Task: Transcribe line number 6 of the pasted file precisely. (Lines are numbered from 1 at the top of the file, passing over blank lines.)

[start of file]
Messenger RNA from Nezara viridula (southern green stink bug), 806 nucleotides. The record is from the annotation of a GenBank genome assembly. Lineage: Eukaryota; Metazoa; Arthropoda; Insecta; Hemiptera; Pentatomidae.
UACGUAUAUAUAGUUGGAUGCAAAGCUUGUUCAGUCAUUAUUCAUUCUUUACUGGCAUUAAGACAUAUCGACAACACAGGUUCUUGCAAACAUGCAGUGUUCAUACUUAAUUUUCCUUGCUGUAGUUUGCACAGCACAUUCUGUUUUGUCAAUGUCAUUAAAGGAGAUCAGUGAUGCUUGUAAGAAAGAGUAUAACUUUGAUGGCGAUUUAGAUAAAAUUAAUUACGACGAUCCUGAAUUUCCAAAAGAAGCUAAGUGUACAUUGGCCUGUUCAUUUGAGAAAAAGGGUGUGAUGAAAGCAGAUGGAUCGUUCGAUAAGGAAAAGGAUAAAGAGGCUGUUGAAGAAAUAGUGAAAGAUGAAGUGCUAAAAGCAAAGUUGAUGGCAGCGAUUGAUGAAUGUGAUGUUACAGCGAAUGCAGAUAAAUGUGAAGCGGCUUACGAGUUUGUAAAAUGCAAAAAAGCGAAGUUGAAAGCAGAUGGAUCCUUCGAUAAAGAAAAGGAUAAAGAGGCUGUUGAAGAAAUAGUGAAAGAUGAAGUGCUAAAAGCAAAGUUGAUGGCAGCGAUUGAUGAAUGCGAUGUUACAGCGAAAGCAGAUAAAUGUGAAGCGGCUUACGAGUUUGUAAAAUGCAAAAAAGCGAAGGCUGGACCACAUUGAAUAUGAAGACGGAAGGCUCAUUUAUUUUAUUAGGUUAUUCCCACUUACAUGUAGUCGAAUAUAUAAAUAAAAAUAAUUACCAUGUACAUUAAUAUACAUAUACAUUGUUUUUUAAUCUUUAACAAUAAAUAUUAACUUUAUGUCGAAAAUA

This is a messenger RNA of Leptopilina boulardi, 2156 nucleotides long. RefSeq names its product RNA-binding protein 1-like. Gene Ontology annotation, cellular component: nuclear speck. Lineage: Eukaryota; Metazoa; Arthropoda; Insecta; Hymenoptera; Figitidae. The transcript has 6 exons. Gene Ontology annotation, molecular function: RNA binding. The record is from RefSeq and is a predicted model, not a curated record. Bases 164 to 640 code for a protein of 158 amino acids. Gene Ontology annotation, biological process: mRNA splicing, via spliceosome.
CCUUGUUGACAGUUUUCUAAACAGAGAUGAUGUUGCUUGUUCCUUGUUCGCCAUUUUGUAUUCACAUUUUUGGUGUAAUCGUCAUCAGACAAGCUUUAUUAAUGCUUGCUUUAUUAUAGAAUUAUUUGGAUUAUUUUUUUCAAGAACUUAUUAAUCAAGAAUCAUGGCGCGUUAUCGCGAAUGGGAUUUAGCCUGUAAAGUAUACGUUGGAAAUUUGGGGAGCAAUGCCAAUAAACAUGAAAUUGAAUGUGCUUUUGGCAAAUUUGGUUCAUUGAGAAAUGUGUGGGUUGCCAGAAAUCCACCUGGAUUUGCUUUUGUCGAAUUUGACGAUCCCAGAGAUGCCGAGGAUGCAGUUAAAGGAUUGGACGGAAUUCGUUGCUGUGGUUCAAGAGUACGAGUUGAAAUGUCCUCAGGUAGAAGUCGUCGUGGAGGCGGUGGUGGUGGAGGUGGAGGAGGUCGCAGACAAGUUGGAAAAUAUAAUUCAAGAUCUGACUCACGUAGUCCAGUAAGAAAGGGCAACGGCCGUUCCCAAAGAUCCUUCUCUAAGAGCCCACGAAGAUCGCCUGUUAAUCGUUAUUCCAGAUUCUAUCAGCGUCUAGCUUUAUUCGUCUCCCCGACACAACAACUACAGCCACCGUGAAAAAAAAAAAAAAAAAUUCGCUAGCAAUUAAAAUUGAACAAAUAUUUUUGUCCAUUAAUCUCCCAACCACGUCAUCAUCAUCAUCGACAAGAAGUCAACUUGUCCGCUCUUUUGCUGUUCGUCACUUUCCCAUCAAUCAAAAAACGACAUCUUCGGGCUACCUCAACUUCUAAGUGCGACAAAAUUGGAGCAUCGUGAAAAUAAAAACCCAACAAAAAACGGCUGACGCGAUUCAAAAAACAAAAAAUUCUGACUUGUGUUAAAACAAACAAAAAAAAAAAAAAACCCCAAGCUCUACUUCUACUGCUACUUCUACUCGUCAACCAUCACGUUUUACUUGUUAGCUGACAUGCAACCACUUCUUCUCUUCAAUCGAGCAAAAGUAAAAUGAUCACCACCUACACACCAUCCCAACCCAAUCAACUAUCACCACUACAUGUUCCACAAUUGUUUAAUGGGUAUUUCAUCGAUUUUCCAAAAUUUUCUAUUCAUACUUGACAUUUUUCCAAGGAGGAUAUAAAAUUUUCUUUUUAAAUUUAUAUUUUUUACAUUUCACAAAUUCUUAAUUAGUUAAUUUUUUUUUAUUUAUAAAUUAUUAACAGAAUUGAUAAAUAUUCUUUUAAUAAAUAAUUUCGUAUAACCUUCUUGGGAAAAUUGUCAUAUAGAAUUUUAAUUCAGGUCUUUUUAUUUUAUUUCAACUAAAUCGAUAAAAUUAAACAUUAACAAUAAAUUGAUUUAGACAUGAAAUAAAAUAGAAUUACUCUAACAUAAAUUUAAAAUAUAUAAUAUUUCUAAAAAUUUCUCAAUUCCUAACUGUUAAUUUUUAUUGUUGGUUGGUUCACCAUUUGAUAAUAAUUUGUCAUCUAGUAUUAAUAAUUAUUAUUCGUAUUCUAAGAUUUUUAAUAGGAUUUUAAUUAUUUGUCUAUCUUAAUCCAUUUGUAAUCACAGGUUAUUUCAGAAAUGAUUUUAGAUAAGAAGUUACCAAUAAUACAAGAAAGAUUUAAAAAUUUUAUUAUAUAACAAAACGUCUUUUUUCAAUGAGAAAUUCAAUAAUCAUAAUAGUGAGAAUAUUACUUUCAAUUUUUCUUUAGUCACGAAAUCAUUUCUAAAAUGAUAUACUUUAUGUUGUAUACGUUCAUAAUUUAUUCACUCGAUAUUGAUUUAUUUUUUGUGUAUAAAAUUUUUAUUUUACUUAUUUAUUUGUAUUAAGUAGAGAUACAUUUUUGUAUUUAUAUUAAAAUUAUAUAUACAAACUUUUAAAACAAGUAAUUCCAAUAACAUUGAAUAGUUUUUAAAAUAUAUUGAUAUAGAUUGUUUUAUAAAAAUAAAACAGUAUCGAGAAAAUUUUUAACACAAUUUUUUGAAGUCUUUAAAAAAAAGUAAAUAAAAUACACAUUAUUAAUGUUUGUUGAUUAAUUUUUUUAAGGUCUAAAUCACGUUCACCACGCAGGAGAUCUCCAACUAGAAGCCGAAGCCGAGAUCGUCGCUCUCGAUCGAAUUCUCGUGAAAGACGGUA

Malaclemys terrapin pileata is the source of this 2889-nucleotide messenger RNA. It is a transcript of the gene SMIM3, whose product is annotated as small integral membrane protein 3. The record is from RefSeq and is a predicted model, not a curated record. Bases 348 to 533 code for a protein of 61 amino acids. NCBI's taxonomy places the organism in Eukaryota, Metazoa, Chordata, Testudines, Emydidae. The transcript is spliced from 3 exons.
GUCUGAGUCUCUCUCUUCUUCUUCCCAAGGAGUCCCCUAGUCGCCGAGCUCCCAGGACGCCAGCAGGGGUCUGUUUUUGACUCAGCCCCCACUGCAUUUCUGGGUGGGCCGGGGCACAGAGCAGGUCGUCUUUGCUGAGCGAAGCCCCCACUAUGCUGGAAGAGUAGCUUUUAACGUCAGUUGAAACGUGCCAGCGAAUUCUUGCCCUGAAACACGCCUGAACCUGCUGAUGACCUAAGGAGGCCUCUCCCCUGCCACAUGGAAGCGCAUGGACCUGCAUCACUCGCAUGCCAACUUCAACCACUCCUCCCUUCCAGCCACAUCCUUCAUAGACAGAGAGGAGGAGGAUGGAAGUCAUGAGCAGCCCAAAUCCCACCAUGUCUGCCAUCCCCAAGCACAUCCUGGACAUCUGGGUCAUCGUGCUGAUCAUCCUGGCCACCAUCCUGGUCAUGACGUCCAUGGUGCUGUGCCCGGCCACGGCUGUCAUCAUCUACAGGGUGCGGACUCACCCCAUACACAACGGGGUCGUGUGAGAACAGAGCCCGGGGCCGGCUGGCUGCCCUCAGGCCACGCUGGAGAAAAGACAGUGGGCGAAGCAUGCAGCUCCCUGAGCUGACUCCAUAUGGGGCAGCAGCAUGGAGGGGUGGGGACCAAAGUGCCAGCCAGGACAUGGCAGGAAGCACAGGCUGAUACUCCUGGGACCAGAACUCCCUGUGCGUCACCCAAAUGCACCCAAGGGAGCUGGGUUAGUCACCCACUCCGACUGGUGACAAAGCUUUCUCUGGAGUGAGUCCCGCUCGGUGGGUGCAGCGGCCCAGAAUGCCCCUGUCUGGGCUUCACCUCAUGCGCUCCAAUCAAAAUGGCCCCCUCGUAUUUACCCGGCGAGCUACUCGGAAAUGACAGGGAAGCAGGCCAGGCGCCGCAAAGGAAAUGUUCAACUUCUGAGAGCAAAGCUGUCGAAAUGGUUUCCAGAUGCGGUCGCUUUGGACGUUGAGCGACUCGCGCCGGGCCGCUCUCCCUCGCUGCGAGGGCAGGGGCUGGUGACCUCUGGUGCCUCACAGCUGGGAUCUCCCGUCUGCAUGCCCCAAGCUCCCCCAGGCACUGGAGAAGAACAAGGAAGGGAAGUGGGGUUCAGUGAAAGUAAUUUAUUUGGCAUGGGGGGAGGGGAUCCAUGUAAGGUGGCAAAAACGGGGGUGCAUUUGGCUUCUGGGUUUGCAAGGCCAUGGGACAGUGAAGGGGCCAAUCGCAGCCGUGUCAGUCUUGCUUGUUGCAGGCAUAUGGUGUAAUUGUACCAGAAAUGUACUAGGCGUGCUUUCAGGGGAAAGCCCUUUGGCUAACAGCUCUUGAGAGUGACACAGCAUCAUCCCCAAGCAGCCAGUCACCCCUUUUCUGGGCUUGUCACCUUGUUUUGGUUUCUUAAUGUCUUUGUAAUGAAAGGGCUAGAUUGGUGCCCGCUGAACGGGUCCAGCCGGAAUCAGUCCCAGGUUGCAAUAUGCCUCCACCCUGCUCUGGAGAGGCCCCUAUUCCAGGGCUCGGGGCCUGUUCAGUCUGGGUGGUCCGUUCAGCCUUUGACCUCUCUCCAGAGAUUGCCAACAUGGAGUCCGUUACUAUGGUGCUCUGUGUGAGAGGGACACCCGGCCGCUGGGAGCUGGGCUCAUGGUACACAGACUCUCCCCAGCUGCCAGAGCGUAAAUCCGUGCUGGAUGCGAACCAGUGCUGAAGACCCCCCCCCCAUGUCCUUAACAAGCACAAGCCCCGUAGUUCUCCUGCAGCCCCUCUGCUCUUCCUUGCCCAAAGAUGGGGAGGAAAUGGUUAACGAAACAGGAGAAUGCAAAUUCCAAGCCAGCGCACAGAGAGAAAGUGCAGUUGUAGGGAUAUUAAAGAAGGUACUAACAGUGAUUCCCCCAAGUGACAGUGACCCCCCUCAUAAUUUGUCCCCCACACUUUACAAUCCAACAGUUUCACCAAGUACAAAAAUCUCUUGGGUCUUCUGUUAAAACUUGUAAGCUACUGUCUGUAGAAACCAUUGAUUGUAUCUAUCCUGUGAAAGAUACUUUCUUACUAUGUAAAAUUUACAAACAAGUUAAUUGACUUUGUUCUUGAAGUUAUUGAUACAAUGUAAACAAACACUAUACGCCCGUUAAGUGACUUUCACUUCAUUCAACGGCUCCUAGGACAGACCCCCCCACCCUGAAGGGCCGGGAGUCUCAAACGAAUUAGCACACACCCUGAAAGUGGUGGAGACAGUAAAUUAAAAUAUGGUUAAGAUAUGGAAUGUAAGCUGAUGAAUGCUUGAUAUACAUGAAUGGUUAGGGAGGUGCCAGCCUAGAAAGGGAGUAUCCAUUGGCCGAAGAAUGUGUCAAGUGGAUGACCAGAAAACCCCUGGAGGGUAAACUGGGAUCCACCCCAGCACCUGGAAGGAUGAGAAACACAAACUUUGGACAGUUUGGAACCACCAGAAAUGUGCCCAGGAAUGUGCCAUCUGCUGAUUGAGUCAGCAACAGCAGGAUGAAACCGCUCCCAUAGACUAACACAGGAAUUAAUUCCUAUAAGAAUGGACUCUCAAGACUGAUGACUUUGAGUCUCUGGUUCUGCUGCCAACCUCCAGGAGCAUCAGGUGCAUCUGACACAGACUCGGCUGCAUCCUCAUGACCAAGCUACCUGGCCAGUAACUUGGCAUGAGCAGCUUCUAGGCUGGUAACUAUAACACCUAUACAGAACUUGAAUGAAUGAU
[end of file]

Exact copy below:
GUCUGAGUCUCUCUCUUCUUCUUCCCAAGGAGUCCCCUAGUCGCCGAGCUCCCAGGACGCCAGCAGGGGUCUGUUUUUGACUCAGCCCCCACUGCAUUUCUGGGUGGGCCGGGGCACAGAGCAGGUCGUCUUUGCUGAGCGAAGCCCCCACUAUGCUGGAAGAGUAGCUUUUAACGUCAGUUGAAACGUGCCAGCGAAUUCUUGCCCUGAAACACGCCUGAACCUGCUGAUGACCUAAGGAGGCCUCUCCCCUGCCACAUGGAAGCGCAUGGACCUGCAUCACUCGCAUGCCAACUUCAACCACUCCUCCCUUCCAGCCACAUCCUUCAUAGACAGAGAGGAGGAGGAUGGAAGUCAUGAGCAGCCCAAAUCCCACCAUGUCUGCCAUCCCCAAGCACAUCCUGGACAUCUGGGUCAUCGUGCUGAUCAUCCUGGCCACCAUCCUGGUCAUGACGUCCAUGGUGCUGUGCCCGGCCACGGCUGUCAUCAUCUACAGGGUGCGGACUCACCCCAUACACAACGGGGUCGUGUGAGAACAGAGCCCGGGGCCGGCUGGCUGCCCUCAGGCCACGCUGGAGAAAAGACAGUGGGCGAAGCAUGCAGCUCCCUGAGCUGACUCCAUAUGGGGCAGCAGCAUGGAGGGGUGGGGACCAAAGUGCCAGCCAGGACAUGGCAGGAAGCACAGGCUGAUACUCCUGGGACCAGAACUCCCUGUGCGUCACCCAAAUGCACCCAAGGGAGCUGGGUUAGUCACCCACUCCGACUGGUGACAAAGCUUUCUCUGGAGUGAGUCCCGCUCGGUGGGUGCAGCGGCCCAGAAUGCCCCUGUCUGGGCUUCACCUCAUGCGCUCCAAUCAAAAUGGCCCCCUCGUAUUUACCCGGCGAGCUACUCGGAAAUGACAGGGAAGCAGGCCAGGCGCCGCAAAGGAAAUGUUCAACUUCUGAGAGCAAAGCUGUCGAAAUGGUUUCCAGAUGCGGUCGCUUUGGACGUUGAGCGACUCGCGCCGGGCCGCUCUCCCUCGCUGCGAGGGCAGGGGCUGGUGACCUCUGGUGCCUCACAGCUGGGAUCUCCCGUCUGCAUGCCCCAAGCUCCCCCAGGCACUGGAGAAGAACAAGGAAGGGAAGUGGGGUUCAGUGAAAGUAAUUUAUUUGGCAUGGGGGGAGGGGAUCCAUGUAAGGUGGCAAAAACGGGGGUGCAUUUGGCUUCUGGGUUUGCAAGGCCAUGGGACAGUGAAGGGGCCAAUCGCAGCCGUGUCAGUCUUGCUUGUUGCAGGCAUAUGGUGUAAUUGUACCAGAAAUGUACUAGGCGUGCUUUCAGGGGAAAGCCCUUUGGCUAACAGCUCUUGAGAGUGACACAGCAUCAUCCCCAAGCAGCCAGUCACCCCUUUUCUGGGCUUGUCACCUUGUUUUGGUUUCUUAAUGUCUUUGUAAUGAAAGGGCUAGAUUGGUGCCCGCUGAACGGGUCCAGCCGGAAUCAGUCCCAGGUUGCAAUAUGCCUCCACCCUGCUCUGGAGAGGCCCCUAUUCCAGGGCUCGGGGCCUGUUCAGUCUGGGUGGUCCGUUCAGCCUUUGACCUCUCUCCAGAGAUUGCCAACAUGGAGUCCGUUACUAUGGUGCUCUGUGUGAGAGGGACACCCGGCCGCUGGGAGCUGGGCUCAUGGUACACAGACUCUCCCCAGCUGCCAGAGCGUAAAUCCGUGCUGGAUGCGAACCAGUGCUGAAGACCCCCCCCCCAUGUCCUUAACAAGCACAAGCCCCGUAGUUCUCCUGCAGCCCCUCUGCUCUUCCUUGCCCAAAGAUGGGGAGGAAAUGGUUAACGAAACAGGAGAAUGCAAAUUCCAAGCCAGCGCACAGAGAGAAAGUGCAGUUGUAGGGAUAUUAAAGAAGGUACUAACAGUGAUUCCCCCAAGUGACAGUGACCCCCCUCAUAAUUUGUCCCCCACACUUUACAAUCCAACAGUUUCACCAAGUACAAAAAUCUCUUGGGUCUUCUGUUAAAACUUGUAAGCUACUGUCUGUAGAAACCAUUGAUUGUAUCUAUCCUGUGAAAGAUACUUUCUUACUAUGUAAAAUUUACAAACAAGUUAAUUGACUUUGUUCUUGAAGUUAUUGAUACAAUGUAAACAAACACUAUACGCCCGUUAAGUGACUUUCACUUCAUUCAACGGCUCCUAGGACAGACCCCCCCACCCUGAAGGGCCGGGAGUCUCAAACGAAUUAGCACACACCCUGAAAGUGGUGGAGACAGUAAAUUAAAAUAUGGUUAAGAUAUGGAAUGUAAGCUGAUGAAUGCUUGAUAUACAUGAAUGGUUAGGGAGGUGCCAGCCUAGAAAGGGAGUAUCCAUUGGCCGAAGAAUGUGUCAAGUGGAUGACCAGAAAACCCCUGGAGGGUAAACUGGGAUCCACCCCAGCACCUGGAAGGAUGAGAAACACAAACUUUGGACAGUUUGGAACCACCAGAAAUGUGCCCAGGAAUGUGCCAUCUGCUGAUUGAGUCAGCAACAGCAGGAUGAAACCGCUCCCAUAGACUAACACAGGAAUUAAUUCCUAUAAGAAUGGACUCUCAAGACUGAUGACUUUGAGUCUCUGGUUCUGCUGCCAACCUCCAGGAGCAUCAGGUGCAUCUGACACAGACUCGGCUGCAUCCUCAUGACCAAGCUACCUGGCCAGUAACUUGGCAUGAGCAGCUUCUAGGCUGGUAACUAUAACACCUAUACAGAACUUGAAUGAAUGAU